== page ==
Khao Soi – Thai Curry Noodles from Chiang Mai Featured

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Khao Soi - Chiang Mai Curry Noodles
Khao Soi – Thai Curry Noodles from Chiang Mai

Well.. here we go off to the James Beard awards! Herbivoracious is a finalist in the Vegetable Focused and Vegetarian category. The award ceremony is this Friday, May 3rd. Win, lose, or draw I’m thrilled to be a part of it, and looking forward to some time in New York. This is one of my very favorite recipes from the book.

Khao soi is an iconic dish from the Chiang Mai region of northern Thailand, though its roots are thought to be Burmese or Chinese Muslim. It inspires cultlike devotion among initiates.

You don’t find khao soi often enough at Thai restaurants in America, which is why I think it is well worth making at home. Fresh, soft egg noodles are served in a spicy coconut-milk broth redolent of homemade curry paste. Pickled cabbage or mustard greens, lime juice, and crispy fried noodles provide a balance of textures and flavors that cut the richness of the coconut.

The amount of fried tofu to use depends on the variety you find at your local Asian market. My favorite kind has a deep-fried skin but is still pretty dense inside. If yours is like that, you’ll want about 1 1/2 pounds. If you find instead the type that is light and pillowy all the way through, use only about 3/4 pound, since it is a much larger volume for the amount of sauce. The dish should essentially be a soup with, say, eight bites of tofu on top of the noodles, not just tofu glazed with sauce!

My version isn’t completely authentic; I skip making a second chili sauce (nam prik pao) that is used as a garnish and simply pass more of the curry paste for those who like more heat.

Khao Soi – Thai Curry Noodles from Chiang Mai

Khao Soi – Thai Curry Noodles from Chiang Mai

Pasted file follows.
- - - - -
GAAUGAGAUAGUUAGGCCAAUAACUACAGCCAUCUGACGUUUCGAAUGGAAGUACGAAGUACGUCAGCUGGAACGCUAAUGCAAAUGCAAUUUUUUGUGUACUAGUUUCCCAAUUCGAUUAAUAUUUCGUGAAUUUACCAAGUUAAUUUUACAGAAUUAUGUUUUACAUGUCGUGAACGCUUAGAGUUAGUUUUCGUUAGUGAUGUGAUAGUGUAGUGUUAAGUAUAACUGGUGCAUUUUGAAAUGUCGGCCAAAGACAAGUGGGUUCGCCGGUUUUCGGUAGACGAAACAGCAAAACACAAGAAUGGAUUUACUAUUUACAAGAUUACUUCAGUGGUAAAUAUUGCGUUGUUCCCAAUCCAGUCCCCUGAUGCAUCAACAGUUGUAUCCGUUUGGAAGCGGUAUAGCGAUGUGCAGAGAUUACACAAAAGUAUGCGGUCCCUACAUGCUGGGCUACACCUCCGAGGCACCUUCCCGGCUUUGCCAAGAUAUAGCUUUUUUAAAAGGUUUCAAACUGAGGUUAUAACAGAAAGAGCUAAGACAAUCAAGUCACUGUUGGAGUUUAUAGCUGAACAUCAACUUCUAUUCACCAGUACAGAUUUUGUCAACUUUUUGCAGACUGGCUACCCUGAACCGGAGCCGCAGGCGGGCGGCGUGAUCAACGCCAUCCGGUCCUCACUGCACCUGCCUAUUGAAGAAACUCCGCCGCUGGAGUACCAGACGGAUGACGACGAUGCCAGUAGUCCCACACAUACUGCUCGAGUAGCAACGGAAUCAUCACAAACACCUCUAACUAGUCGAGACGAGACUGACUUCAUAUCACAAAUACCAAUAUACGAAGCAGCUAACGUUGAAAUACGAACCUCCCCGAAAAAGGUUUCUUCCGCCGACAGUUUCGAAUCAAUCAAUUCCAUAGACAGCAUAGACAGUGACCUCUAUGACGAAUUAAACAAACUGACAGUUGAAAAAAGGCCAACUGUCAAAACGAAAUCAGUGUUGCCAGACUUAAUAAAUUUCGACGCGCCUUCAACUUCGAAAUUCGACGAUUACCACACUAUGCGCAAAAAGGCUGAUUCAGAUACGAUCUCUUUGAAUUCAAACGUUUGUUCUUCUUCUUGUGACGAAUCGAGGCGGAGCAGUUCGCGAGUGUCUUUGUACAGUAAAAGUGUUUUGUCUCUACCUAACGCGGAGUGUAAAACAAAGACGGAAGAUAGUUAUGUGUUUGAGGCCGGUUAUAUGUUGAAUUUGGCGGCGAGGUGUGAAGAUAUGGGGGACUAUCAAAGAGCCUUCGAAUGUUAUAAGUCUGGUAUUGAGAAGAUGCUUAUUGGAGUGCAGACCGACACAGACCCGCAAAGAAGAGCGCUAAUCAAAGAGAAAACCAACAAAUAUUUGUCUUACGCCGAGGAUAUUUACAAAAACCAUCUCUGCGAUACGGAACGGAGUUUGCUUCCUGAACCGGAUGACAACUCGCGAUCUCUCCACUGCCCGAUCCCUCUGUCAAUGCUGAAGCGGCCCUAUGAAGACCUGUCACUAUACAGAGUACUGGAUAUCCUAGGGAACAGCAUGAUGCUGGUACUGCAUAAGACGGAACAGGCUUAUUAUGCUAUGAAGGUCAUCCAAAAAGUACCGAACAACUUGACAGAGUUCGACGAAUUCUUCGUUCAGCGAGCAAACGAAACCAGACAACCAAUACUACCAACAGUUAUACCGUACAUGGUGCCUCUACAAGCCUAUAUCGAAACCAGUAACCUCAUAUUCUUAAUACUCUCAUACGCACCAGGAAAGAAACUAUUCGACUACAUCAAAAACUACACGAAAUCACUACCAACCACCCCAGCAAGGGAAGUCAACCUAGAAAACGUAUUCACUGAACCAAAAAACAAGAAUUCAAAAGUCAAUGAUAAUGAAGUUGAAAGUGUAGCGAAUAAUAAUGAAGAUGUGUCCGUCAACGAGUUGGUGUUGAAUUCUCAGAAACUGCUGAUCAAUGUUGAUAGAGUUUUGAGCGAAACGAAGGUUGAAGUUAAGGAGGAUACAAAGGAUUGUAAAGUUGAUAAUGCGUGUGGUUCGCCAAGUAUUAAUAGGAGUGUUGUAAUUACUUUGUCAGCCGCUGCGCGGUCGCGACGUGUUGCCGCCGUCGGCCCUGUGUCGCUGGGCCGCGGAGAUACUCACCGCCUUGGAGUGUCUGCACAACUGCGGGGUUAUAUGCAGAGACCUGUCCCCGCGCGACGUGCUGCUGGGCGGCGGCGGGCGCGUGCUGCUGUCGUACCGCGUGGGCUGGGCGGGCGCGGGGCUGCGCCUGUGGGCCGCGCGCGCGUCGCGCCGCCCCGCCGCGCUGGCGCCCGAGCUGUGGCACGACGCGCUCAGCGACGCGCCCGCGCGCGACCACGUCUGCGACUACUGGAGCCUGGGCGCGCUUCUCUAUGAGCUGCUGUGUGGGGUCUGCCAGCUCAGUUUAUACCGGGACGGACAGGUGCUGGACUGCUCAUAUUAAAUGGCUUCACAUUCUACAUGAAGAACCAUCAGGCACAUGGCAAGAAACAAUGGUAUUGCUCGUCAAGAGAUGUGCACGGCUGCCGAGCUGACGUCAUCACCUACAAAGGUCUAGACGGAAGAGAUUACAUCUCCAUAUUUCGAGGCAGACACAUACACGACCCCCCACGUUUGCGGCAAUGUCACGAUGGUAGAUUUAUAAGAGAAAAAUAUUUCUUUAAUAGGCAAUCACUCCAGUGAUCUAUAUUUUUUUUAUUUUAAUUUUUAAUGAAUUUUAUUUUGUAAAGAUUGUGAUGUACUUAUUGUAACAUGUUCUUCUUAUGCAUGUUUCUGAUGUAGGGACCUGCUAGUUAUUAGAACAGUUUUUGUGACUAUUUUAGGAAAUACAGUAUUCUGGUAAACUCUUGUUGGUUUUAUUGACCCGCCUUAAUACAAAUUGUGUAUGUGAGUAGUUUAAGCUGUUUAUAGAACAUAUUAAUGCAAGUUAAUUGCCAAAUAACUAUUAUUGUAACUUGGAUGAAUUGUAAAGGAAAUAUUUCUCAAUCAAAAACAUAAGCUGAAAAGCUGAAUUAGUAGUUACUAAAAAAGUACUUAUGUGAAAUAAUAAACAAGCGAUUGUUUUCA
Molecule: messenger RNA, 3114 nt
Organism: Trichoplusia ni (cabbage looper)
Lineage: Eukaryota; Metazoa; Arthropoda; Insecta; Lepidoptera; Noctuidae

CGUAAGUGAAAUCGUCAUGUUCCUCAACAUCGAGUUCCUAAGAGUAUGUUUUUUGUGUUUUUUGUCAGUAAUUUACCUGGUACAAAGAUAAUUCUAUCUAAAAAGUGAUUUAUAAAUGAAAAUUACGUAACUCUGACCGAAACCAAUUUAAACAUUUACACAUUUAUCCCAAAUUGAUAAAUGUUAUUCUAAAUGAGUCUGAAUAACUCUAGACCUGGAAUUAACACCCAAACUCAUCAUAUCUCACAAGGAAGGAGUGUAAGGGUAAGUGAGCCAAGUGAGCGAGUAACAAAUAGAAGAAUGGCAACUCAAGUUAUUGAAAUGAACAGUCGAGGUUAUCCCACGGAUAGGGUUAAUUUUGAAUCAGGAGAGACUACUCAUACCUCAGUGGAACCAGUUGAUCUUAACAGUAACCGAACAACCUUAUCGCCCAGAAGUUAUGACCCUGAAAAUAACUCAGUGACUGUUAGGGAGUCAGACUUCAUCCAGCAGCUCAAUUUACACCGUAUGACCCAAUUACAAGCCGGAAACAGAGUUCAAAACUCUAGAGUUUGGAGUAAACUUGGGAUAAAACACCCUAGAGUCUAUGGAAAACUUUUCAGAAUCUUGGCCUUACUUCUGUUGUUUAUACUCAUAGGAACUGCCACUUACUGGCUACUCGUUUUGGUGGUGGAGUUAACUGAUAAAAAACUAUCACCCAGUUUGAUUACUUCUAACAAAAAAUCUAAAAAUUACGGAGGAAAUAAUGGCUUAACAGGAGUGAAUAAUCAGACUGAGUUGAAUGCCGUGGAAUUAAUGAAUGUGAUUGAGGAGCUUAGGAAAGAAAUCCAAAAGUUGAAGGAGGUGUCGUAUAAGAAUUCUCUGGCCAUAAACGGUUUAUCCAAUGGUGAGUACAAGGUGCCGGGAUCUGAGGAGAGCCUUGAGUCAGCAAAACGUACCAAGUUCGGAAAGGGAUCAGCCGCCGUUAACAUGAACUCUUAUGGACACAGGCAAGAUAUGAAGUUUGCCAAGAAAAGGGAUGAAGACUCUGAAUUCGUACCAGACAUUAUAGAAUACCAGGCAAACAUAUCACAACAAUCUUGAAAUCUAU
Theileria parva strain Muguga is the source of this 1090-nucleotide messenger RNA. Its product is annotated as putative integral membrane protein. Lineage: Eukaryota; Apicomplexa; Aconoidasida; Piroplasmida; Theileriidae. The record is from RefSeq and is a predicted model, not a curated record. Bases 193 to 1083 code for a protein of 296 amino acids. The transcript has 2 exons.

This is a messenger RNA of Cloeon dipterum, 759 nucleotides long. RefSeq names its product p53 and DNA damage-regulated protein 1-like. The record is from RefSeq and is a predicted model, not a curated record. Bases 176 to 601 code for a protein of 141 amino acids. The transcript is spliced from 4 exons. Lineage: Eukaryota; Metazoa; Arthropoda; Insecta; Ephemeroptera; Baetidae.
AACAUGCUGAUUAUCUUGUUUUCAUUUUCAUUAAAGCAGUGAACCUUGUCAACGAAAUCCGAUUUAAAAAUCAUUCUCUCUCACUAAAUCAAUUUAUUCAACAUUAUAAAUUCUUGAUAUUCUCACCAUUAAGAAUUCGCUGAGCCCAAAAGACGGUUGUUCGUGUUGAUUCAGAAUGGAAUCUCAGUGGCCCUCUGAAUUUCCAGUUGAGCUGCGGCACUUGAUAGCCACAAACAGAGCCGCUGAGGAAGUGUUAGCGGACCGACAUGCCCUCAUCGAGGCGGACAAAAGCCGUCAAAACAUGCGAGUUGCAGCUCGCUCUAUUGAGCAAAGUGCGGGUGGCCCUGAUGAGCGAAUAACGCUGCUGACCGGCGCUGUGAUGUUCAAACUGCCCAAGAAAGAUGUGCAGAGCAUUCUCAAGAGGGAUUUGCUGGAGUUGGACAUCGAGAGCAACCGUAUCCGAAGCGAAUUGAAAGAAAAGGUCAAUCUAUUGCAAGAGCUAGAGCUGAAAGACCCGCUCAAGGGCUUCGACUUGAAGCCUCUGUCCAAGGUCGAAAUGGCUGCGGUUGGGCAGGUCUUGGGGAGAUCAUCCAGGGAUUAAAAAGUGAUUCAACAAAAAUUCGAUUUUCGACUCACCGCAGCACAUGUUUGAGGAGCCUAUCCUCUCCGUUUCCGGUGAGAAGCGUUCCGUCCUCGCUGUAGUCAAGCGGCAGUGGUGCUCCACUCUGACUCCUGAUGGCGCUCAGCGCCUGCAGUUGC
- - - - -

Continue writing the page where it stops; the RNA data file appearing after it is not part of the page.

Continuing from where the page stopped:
1. Place a medium skillet over medium heat. Put the chiles in the pan and dry-toast them for 2 minutes. Add the shallot, ginger, and garlic and continue to cook, tossing once or twice, until the chiles are very fragrant but not burning. Add the coriander seeds, turmeric, and garam masala, toss to combine, and remove from the heat. Let cool slightly, then puree in a mini-food processor (or with a mortar and pestle), adding about 1/4 cup of water (or more as needed) to form a coarse paste.
  2. In a very small saucepan, heat 1/2 inch of vegetable oil over medium-high heat. Throw in one noodle, and when it sizzles, add half of the noodles that you have set aside for crisping. Cook, turning frequently with tongs, until golden brown and crispy. Remove to a paper-towel-lined plate and repeat with the rest of the noodles to be crisped.
  3. Bring a large pot of salted water to a boil and warm four serving bowls in a low (200°F) oven.
  4. While the pot of water heats up, pour 1 can of the coconut milk into a large saucepan (at least 4 quarts), place it over medium heat, and simmer until it begins to separate. Stir in about half of the curry paste, along with the soy sauce and sugar, and continue cooking until the sauce becomes thick enough to coat a spoon, about 10 minutes. Add the fried tofu and simmer 10 more minutes. Taste and adjust seasoning, adding more salt if desired. If you like it hotter, stir in more of the chili paste. Add the remaining 2 cans of coconut milk and the water, and bring back up to a simmer.
  5. Drain and squeeze most of the liquid out of the pickled vegetable. Boil the noodles according to the package directions; cook until they are tender but still have a bit of bite. Drain and divide among the serving bowls. Top each serving of noodles with one-quarter of the sauce and tofu, a squeeze of lime juice, a handful of the pickled vegetable, one-quarter of the crispy noodles, and a few cilantro leaves. Serve immediately, passing the thinly sliced shallots, remaining limes, and curry paste for each diner to apply.


Copyright 2007-2013 / Michael Natkin /

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